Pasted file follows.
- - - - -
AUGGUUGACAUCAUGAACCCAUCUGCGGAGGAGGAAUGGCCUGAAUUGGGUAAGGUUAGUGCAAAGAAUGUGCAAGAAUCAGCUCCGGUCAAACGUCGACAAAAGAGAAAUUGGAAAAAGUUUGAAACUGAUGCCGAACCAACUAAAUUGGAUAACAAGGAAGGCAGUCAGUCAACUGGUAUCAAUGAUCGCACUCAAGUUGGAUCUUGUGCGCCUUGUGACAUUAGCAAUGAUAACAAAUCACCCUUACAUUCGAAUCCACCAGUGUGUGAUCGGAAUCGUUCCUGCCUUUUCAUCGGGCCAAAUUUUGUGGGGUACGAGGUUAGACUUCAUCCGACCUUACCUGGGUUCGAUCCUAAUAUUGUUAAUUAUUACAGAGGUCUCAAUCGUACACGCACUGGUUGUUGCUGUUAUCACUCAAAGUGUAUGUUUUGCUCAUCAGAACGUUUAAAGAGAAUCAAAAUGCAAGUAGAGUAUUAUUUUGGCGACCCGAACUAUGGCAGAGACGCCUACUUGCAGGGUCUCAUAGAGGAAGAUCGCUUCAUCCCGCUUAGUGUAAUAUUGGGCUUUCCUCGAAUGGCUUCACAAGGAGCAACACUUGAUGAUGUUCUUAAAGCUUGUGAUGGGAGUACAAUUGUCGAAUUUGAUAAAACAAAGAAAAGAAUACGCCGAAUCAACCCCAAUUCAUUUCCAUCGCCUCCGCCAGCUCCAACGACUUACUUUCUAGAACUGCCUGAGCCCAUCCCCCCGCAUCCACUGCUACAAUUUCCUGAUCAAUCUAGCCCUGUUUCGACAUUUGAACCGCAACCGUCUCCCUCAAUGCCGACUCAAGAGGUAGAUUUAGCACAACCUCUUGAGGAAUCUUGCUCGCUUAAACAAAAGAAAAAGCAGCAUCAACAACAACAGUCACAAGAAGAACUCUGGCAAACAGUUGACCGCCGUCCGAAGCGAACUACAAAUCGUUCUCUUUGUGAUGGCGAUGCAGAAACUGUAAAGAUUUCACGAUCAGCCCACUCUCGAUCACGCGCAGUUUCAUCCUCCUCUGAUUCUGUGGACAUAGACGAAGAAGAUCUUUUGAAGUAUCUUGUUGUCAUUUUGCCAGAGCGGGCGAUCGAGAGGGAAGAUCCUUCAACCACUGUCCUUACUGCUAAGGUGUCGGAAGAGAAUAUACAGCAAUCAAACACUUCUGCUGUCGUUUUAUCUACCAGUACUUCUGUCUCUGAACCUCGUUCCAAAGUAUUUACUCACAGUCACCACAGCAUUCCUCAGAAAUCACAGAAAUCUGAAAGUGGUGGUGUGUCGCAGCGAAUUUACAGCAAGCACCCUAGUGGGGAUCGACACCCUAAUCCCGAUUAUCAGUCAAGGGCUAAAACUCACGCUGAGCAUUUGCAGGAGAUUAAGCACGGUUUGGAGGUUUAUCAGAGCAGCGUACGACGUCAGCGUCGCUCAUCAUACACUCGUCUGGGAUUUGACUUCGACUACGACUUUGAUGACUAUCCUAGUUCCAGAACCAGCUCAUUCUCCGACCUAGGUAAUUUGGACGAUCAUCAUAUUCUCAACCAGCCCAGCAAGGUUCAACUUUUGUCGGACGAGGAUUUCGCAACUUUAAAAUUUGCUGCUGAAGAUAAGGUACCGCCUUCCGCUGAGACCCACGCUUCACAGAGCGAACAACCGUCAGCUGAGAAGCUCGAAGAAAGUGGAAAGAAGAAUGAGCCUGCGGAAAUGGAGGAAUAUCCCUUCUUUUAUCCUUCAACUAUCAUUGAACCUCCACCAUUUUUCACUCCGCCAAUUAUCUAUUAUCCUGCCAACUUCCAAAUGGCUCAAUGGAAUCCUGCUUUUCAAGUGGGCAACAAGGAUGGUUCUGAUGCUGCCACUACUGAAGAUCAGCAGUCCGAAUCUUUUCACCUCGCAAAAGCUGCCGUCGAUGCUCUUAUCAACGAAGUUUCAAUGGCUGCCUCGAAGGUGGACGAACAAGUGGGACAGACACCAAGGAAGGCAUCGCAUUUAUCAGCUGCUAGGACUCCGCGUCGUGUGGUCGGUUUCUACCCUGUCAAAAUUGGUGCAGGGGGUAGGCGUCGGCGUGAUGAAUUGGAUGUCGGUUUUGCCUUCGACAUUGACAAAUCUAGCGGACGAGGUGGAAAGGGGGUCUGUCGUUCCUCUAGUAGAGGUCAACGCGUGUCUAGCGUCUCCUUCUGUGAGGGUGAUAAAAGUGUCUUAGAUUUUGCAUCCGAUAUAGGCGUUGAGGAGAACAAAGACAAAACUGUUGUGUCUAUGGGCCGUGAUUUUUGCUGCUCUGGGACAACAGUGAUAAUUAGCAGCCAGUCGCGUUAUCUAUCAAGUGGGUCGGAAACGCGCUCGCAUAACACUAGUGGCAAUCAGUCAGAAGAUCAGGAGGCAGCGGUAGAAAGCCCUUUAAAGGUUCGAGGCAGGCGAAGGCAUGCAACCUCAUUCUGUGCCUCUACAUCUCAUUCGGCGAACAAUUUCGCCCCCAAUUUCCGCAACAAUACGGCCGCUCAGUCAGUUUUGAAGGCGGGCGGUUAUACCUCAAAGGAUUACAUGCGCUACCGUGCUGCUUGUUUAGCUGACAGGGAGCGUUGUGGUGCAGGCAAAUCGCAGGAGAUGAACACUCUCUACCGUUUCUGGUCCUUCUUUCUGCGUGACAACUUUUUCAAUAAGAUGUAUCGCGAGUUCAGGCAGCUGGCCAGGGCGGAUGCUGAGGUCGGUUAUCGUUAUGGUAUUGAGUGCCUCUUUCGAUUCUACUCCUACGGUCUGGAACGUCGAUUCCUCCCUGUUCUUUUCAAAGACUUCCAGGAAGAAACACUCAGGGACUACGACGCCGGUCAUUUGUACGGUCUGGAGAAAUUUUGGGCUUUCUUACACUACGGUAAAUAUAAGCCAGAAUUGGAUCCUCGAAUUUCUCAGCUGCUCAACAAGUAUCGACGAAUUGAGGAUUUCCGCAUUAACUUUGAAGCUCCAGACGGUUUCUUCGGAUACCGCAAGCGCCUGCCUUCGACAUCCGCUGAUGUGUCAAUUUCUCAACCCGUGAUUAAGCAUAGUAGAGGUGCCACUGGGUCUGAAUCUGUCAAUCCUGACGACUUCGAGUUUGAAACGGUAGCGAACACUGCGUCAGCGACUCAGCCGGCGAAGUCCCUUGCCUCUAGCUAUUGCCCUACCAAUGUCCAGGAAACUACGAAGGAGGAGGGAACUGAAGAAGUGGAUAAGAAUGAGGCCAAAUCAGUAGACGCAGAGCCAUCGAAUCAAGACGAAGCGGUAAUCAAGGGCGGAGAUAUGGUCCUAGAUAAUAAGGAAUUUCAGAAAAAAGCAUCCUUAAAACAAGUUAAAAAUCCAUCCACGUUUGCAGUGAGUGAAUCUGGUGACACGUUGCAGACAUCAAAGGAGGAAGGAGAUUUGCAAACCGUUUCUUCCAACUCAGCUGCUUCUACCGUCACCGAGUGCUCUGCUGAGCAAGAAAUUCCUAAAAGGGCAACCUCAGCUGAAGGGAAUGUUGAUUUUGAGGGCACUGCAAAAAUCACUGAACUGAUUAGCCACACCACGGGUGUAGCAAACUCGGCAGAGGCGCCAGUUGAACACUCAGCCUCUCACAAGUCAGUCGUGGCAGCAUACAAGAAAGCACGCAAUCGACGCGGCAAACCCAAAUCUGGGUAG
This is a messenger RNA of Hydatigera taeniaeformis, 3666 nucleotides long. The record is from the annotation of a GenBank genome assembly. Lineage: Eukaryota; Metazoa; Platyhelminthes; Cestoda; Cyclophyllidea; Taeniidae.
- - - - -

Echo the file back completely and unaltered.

AUGGUUGACAUCAUGAACCCAUCUGCGGAGGAGGAAUGGCCUGAAUUGGGUAAGGUUAGUGCAAAGAAUGUGCAAGAAUCAGCUCCGGUCAAACGUCGACAAAAGAGAAAUUGGAAAAAGUUUGAAACUGAUGCCGAACCAACUAAAUUGGAUAACAAGGAAGGCAGUCAGUCAACUGGUAUCAAUGAUCGCACUCAAGUUGGAUCUUGUGCGCCUUGUGACAUUAGCAAUGAUAACAAAUCACCCUUACAUUCGAAUCCACCAGUGUGUGAUCGGAAUCGUUCCUGCCUUUUCAUCGGGCCAAAUUUUGUGGGGUACGAGGUUAGACUUCAUCCGACCUUACCUGGGUUCGAUCCUAAUAUUGUUAAUUAUUACAGAGGUCUCAAUCGUACACGCACUGGUUGUUGCUGUUAUCACUCAAAGUGUAUGUUUUGCUCAUCAGAACGUUUAAAGAGAAUCAAAAUGCAAGUAGAGUAUUAUUUUGGCGACCCGAACUAUGGCAGAGACGCCUACUUGCAGGGUCUCAUAGAGGAAGAUCGCUUCAUCCCGCUUAGUGUAAUAUUGGGCUUUCCUCGAAUGGCUUCACAAGGAGCAACACUUGAUGAUGUUCUUAAAGCUUGUGAUGGGAGUACAAUUGUCGAAUUUGAUAAAACAAAGAAAAGAAUACGCCGAAUCAACCCCAAUUCAUUUCCAUCGCCUCCGCCAGCUCCAACGACUUACUUUCUAGAACUGCCUGAGCCCAUCCCCCCGCAUCCACUGCUACAAUUUCCUGAUCAAUCUAGCCCUGUUUCGACAUUUGAACCGCAACCGUCUCCCUCAAUGCCGACUCAAGAGGUAGAUUUAGCACAACCUCUUGAGGAAUCUUGCUCGCUUAAACAAAAGAAAAAGCAGCAUCAACAACAACAGUCACAAGAAGAACUCUGGCAAACAGUUGACCGCCGUCCGAAGCGAACUACAAAUCGUUCUCUUUGUGAUGGCGAUGCAGAAACUGUAAAGAUUUCACGAUCAGCCCACUCUCGAUCACGCGCAGUUUCAUCCUCCUCUGAUUCUGUGGACAUAGACGAAGAAGAUCUUUUGAAGUAUCUUGUUGUCAUUUUGCCAGAGCGGGCGAUCGAGAGGGAAGAUCCUUCAACCACUGUCCUUACUGCUAAGGUGUCGGAAGAGAAUAUACAGCAAUCAAACACUUCUGCUGUCGUUUUAUCUACCAGUACUUCUGUCUCUGAACCUCGUUCCAAAGUAUUUACUCACAGUCACCACAGCAUUCCUCAGAAAUCACAGAAAUCUGAAAGUGGUGGUGUGUCGCAGCGAAUUUACAGCAAGCACCCUAGUGGGGAUCGACACCCUAAUCCCGAUUAUCAGUCAAGGGCUAAAACUCACGCUGAGCAUUUGCAGGAGAUUAAGCACGGUUUGGAGGUUUAUCAGAGCAGCGUACGACGUCAGCGUCGCUCAUCAUACACUCGUCUGGGAUUUGACUUCGACUACGACUUUGAUGACUAUCCUAGUUCCAGAACCAGCUCAUUCUCCGACCUAGGUAAUUUGGACGAUCAUCAUAUUCUCAACCAGCCCAGCAAGGUUCAACUUUUGUCGGACGAGGAUUUCGCAACUUUAAAAUUUGCUGCUGAAGAUAAGGUACCGCCUUCCGCUGAGACCCACGCUUCACAGAGCGAACAACCGUCAGCUGAGAAGCUCGAAGAAAGUGGAAAGAAGAAUGAGCCUGCGGAAAUGGAGGAAUAUCCCUUCUUUUAUCCUUCAACUAUCAUUGAACCUCCACCAUUUUUCACUCCGCCAAUUAUCUAUUAUCCUGCCAACUUCCAAAUGGCUCAAUGGAAUCCUGCUUUUCAAGUGGGCAACAAGGAUGGUUCUGAUGCUGCCACUACUGAAGAUCAGCAGUCCGAAUCUUUUCACCUCGCAAAAGCUGCCGUCGAUGCUCUUAUCAACGAAGUUUCAAUGGCUGCCUCGAAGGUGGACGAACAAGUGGGACAGACACCAAGGAAGGCAUCGCAUUUAUCAGCUGCUAGGACUCCGCGUCGUGUGGUCGGUUUCUACCCUGUCAAAAUUGGUGCAGGGGGUAGGCGUCGGCGUGAUGAAUUGGAUGUCGGUUUUGCCUUCGACAUUGACAAAUCUAGCGGACGAGGUGGAAAGGGGGUCUGUCGUUCCUCUAGUAGAGGUCAACGCGUGUCUAGCGUCUCCUUCUGUGAGGGUGAUAAAAGUGUCUUAGAUUUUGCAUCCGAUAUAGGCGUUGAGGAGAACAAAGACAAAACUGUUGUGUCUAUGGGCCGUGAUUUUUGCUGCUCUGGGACAACAGUGAUAAUUAGCAGCCAGUCGCGUUAUCUAUCAAGUGGGUCGGAAACGCGCUCGCAUAACACUAGUGGCAAUCAGUCAGAAGAUCAGGAGGCAGCGGUAGAAAGCCCUUUAAAGGUUCGAGGCAGGCGAAGGCAUGCAACCUCAUUCUGUGCCUCUACAUCUCAUUCGGCGAACAAUUUCGCCCCCAAUUUCCGCAACAAUACGGCCGCUCAGUCAGUUUUGAAGGCGGGCGGUUAUACCUCAAAGGAUUACAUGCGCUACCGUGCUGCUUGUUUAGCUGACAGGGAGCGUUGUGGUGCAGGCAAAUCGCAGGAGAUGAACACUCUCUACCGUUUCUGGUCCUUCUUUCUGCGUGACAACUUUUUCAAUAAGAUGUAUCGCGAGUUCAGGCAGCUGGCCAGGGCGGAUGCUGAGGUCGGUUAUCGUUAUGGUAUUGAGUGCCUCUUUCGAUUCUACUCCUACGGUCUGGAACGUCGAUUCCUCCCUGUUCUUUUCAAAGACUUCCAGGAAGAAACACUCAGGGACUACGACGCCGGUCAUUUGUACGGUCUGGAGAAAUUUUGGGCUUUCUUACACUACGGUAAAUAUAAGCCAGAAUUGGAUCCUCGAAUUUCUCAGCUGCUCAACAAGUAUCGACGAAUUGAGGAUUUCCGCAUUAACUUUGAAGCUCCAGACGGUUUCUUCGGAUACCGCAAGCGCCUGCCUUCGACAUCCGCUGAUGUGUCAAUUUCUCAACCCGUGAUUAAGCAUAGUAGAGGUGCCACUGGGUCUGAAUCUGUCAAUCCUGACGACUUCGAGUUUGAAACGGUAGCGAACACUGCGUCAGCGACUCAGCCGGCGAAGUCCCUUGCCUCUAGCUAUUGCCCUACCAAUGUCCAGGAAACUACGAAGGAGGAGGGAACUGAAGAAGUGGAUAAGAAUGAGGCCAAAUCAGUAGACGCAGAGCCAUCGAAUCAAGACGAAGCGGUAAUCAAGGGCGGAGAUAUGGUCCUAGAUAAUAAGGAAUUUCAGAAAAAAGCAUCCUUAAAACAAGUUAAAAAUCCAUCCACGUUUGCAGUGAGUGAAUCUGGUGACACGUUGCAGACAUCAAAGGAGGAAGGAGAUUUGCAAACCGUUUCUUCCAACUCAGCUGCUUCUACCGUCACCGAGUGCUCUGCUGAGCAAGAAAUUCCUAAAAGGGCAACCUCAGCUGAAGGGAAUGUUGAUUUUGAGGGCACUGCAAAAAUCACUGAACUGAUUAGCCACACCACGGGUGUAGCAAACUCGGCAGAGGCGCCAGUUGAACACUCAGCCUCUCACAAGUCAGUCGUGGCAGCAUACAAGAAAGCACGCAAUCGACGCGGCAAACCCAAAUCUGGGUAG
This is a messenger RNA of Hydatigera taeniaeformis, 3666 nucleotides long. The record is from the annotation of a GenBank genome assembly. Lineage: Eukaryota; Metazoa; Platyhelminthes; Cestoda; Cyclophyllidea; Taeniidae.